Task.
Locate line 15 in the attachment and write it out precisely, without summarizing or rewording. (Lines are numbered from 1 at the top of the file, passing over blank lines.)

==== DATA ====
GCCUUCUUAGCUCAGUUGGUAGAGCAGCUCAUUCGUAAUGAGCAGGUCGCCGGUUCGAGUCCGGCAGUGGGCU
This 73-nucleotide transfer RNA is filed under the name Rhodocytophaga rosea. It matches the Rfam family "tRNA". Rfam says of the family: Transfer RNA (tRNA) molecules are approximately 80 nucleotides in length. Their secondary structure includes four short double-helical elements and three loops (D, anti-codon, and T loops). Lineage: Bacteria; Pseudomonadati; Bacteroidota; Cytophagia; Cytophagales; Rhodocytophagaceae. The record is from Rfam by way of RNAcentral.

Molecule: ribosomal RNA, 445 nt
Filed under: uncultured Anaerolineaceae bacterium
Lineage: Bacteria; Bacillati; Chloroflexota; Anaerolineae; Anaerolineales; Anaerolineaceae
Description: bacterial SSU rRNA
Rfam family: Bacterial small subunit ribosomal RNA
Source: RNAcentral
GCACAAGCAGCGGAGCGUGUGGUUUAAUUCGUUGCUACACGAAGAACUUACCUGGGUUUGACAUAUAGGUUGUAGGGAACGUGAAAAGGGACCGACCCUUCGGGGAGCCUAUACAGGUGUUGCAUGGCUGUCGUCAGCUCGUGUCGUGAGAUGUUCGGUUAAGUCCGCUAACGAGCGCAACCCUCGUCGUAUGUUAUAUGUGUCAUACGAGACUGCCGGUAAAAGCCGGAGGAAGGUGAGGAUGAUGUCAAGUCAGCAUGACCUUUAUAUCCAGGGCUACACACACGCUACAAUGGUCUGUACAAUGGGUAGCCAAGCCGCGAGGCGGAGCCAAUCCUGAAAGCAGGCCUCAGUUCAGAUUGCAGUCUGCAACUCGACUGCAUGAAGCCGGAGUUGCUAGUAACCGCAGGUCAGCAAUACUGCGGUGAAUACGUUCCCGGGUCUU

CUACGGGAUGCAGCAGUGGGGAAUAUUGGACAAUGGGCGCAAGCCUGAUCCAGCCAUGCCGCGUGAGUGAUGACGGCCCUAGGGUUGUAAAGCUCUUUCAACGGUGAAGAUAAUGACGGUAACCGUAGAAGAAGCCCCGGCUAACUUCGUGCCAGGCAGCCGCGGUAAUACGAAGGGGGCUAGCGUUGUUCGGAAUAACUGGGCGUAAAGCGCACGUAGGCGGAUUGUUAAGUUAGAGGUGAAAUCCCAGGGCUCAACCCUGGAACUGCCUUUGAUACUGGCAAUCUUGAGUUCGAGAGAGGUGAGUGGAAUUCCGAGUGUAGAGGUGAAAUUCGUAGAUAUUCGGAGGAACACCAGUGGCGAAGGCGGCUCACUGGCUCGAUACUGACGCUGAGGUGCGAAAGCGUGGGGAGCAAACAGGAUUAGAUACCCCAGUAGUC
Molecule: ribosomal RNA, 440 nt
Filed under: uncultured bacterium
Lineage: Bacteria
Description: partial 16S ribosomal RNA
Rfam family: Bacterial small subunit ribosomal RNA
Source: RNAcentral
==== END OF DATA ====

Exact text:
Rfam family: Bacterial small subunit ribosomal RNA